The Thai community in New Zealand is celebrating the safe rescue of 12 boys and their football coach after they were stuck in a Thai cave for 18 days.
President of the NZ Thai Society, Songvut Manoonpong, said the community were all very glad the group had been safely rescued.
"A lot of Thai people, even in New Zealand, were talking about this and there was a lot of help offered from around the world," he said.
"We are all really relieved and happy that they all came out. Now they are all celebrities, along with the rescue team."
Manoonpong said he was very impressed by the efforts of the rescuers.
"It was not easy. I checked the plan of the cave and it was not an easy task and was really risky."
He said the Auckland Thai community would be holding a celebration of the happy ending tomorrow.
"We will be gathering together to have chanting and prays for all of them. We will even be praying for the one person who lost their life from the Navy Seals."
He expected about 30-40 people to attend the celebration at Watyarnprateep Buddhist Temple in Kelston, which would begin at 10am.
He said the Thai community had also prayed for the group throughout the weeks they were stuck inside the cave.
"They are very lucky that they could survive and were strong. It is a very happy ending and everyone is pleased that they are all safe."
Manoonpong said the Thai community were very thankful for all the support and help that was sent from around the world.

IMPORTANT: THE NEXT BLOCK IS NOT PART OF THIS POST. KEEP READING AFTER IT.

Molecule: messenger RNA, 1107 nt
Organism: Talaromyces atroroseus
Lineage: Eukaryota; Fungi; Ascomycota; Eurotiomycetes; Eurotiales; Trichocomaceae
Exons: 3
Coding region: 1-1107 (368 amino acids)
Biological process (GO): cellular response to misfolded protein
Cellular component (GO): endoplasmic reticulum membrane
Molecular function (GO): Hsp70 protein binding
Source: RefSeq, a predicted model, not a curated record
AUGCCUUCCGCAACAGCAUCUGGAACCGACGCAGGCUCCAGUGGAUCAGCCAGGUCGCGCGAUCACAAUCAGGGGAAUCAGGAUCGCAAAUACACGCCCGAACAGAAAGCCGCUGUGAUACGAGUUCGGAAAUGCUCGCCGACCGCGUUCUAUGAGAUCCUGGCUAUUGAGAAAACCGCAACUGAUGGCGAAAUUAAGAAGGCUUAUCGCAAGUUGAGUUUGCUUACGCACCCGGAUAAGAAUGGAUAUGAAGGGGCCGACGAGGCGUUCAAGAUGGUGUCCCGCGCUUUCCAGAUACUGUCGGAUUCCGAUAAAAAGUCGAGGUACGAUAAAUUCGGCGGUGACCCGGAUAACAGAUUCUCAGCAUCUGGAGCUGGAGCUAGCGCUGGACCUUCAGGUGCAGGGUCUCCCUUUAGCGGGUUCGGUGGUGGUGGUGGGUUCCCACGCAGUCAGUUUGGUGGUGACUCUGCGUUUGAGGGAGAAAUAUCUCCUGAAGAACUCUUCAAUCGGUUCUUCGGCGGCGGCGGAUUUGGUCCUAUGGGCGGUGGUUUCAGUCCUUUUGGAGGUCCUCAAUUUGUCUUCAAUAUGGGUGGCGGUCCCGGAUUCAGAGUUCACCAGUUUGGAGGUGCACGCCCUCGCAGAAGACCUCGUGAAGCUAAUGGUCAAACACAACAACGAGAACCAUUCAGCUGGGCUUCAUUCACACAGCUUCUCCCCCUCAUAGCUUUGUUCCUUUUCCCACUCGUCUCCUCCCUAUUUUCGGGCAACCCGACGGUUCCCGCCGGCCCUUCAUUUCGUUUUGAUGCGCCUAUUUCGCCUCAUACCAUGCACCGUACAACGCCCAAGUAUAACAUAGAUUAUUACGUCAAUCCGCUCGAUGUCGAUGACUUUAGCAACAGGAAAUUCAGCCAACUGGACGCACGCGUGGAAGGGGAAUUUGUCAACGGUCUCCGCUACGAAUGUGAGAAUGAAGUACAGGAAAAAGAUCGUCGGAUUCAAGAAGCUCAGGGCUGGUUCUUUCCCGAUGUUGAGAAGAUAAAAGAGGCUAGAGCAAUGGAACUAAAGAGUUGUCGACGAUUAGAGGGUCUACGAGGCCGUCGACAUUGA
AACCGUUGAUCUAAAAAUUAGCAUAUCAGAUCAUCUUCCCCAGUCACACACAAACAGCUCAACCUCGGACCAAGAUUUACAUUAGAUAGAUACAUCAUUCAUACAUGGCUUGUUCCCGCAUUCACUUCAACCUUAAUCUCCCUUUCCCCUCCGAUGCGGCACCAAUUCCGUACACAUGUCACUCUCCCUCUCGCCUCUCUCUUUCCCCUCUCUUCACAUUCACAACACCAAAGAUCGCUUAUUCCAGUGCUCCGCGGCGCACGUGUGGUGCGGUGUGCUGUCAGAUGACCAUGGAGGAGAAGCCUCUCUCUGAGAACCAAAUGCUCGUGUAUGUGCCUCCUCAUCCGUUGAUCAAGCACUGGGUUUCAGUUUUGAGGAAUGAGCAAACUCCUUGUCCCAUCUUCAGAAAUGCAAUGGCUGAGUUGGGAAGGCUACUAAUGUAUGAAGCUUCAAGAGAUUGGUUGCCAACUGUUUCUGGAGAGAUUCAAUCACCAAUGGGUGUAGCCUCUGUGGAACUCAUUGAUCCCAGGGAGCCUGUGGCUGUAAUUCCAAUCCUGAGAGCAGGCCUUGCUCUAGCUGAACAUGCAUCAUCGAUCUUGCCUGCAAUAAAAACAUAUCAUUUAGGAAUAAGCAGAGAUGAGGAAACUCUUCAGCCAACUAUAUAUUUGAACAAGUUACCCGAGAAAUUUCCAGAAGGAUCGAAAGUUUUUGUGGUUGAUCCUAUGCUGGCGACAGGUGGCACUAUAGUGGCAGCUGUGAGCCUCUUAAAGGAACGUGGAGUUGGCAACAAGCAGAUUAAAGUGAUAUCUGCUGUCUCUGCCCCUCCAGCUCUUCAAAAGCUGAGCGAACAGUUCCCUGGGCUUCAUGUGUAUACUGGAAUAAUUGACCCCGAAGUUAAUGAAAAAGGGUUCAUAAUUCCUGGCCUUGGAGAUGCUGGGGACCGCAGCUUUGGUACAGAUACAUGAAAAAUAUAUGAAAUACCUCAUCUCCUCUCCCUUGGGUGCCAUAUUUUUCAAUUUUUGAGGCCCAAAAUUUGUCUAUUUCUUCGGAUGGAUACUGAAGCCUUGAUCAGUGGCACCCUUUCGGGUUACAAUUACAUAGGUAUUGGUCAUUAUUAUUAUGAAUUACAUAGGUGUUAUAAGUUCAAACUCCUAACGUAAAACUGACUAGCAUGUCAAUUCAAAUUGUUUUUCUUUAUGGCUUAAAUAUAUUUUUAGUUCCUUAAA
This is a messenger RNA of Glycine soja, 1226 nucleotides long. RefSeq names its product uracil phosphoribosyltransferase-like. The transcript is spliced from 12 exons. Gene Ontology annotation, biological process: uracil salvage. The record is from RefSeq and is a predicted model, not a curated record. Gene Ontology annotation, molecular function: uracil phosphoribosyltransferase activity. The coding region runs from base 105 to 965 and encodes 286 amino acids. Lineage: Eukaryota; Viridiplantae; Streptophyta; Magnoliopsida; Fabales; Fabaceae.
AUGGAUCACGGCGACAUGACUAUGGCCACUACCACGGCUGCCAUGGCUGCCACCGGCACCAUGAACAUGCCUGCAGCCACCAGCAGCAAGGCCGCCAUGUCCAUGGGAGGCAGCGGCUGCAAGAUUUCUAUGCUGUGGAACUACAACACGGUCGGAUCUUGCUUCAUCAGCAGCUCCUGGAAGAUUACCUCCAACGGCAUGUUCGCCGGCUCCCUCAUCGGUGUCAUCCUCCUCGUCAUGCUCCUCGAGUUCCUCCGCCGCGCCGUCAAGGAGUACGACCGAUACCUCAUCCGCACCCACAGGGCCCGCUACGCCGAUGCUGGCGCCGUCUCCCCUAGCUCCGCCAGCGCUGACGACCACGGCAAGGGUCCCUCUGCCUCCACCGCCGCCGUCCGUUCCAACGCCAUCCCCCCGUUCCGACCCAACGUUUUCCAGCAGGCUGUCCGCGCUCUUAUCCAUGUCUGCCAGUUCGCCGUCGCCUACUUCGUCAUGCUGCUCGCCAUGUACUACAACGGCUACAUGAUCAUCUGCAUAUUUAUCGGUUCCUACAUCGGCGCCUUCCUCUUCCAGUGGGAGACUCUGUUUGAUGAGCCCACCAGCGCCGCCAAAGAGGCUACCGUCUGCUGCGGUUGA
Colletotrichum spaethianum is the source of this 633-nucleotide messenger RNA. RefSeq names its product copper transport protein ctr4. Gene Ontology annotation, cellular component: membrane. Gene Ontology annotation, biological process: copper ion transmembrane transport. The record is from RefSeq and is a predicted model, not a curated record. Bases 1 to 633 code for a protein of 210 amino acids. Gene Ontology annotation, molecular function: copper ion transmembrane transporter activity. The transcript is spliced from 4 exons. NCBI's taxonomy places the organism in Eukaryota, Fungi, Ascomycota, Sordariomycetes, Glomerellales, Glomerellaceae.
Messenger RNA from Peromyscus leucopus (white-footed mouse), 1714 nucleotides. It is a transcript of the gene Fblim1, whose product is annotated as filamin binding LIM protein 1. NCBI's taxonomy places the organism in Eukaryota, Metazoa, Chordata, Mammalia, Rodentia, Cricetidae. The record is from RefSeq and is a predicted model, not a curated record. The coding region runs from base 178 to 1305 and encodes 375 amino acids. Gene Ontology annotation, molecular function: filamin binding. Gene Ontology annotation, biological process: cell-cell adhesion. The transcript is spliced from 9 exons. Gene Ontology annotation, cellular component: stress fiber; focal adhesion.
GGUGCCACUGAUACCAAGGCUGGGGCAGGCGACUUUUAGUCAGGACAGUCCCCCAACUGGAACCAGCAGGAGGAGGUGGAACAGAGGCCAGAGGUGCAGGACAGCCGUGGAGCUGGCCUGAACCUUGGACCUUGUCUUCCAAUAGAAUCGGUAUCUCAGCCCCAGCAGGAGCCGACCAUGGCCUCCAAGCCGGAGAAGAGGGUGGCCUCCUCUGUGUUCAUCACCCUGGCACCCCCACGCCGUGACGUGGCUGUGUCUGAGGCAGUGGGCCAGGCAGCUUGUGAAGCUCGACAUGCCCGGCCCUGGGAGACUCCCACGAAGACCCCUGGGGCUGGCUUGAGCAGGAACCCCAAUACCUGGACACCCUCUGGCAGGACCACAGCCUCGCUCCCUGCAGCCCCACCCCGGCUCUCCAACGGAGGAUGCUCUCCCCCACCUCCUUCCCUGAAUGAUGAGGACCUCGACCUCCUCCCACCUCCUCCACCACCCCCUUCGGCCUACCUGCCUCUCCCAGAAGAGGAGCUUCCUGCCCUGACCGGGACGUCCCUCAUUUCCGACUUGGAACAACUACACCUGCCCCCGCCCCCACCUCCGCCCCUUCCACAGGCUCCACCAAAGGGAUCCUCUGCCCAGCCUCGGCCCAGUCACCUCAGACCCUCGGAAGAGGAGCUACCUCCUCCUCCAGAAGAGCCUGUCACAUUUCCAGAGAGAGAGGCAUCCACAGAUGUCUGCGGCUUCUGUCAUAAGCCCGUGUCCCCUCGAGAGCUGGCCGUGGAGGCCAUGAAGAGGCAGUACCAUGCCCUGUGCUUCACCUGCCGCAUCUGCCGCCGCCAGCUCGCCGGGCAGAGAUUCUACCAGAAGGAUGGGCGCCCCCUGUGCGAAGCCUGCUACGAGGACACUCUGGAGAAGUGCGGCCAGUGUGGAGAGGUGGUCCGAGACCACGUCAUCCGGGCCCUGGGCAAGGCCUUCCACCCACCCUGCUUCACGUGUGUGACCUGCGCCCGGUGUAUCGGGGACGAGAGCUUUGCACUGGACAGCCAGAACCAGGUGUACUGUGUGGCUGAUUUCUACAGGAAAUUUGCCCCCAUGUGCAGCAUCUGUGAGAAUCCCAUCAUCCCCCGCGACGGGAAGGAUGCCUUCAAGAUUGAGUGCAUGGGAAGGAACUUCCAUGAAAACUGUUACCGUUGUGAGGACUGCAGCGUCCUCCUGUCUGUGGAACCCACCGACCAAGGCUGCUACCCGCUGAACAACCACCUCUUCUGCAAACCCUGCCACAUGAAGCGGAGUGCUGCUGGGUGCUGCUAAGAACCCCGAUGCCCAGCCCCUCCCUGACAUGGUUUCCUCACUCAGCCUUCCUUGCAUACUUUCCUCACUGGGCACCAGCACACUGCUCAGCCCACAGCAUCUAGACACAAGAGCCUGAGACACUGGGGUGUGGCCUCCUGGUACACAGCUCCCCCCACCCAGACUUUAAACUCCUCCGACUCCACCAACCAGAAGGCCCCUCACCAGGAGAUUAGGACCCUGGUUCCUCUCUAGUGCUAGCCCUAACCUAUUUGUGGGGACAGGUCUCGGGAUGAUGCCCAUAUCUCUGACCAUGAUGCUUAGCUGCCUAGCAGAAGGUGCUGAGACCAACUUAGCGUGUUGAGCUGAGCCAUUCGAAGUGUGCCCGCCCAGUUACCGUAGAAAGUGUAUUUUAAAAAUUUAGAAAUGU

The extraordinary effort to rescue the boys ended in success last night when the last of the trapped group emerged from the cave.
Rescuers spent about eight hours in the cave complex guiding the boys to safety on the third day of operations.
The last group was underground for 18 days after the rescue attempts began two days earlier.
The group was discovered in the flooded cave on July 2, 10 days after they went missing.
They were trapped in the Tham Luan Nang Non cave that became flooded by monsoon rains while they were exploring it after a football practice on June 23.
Because of the risk of infection, the boys - aged 12 to 16 - and their 25-year-old coach will now be isolated in hospital for about a week.
Some of the boys possibly have lung infections but all have been reported to be "healthy and smiling".
Family members are currently only allowed access to the children through a glass isolation barrier, but if medical tests show no dangers they may be allowed access in a couple of days.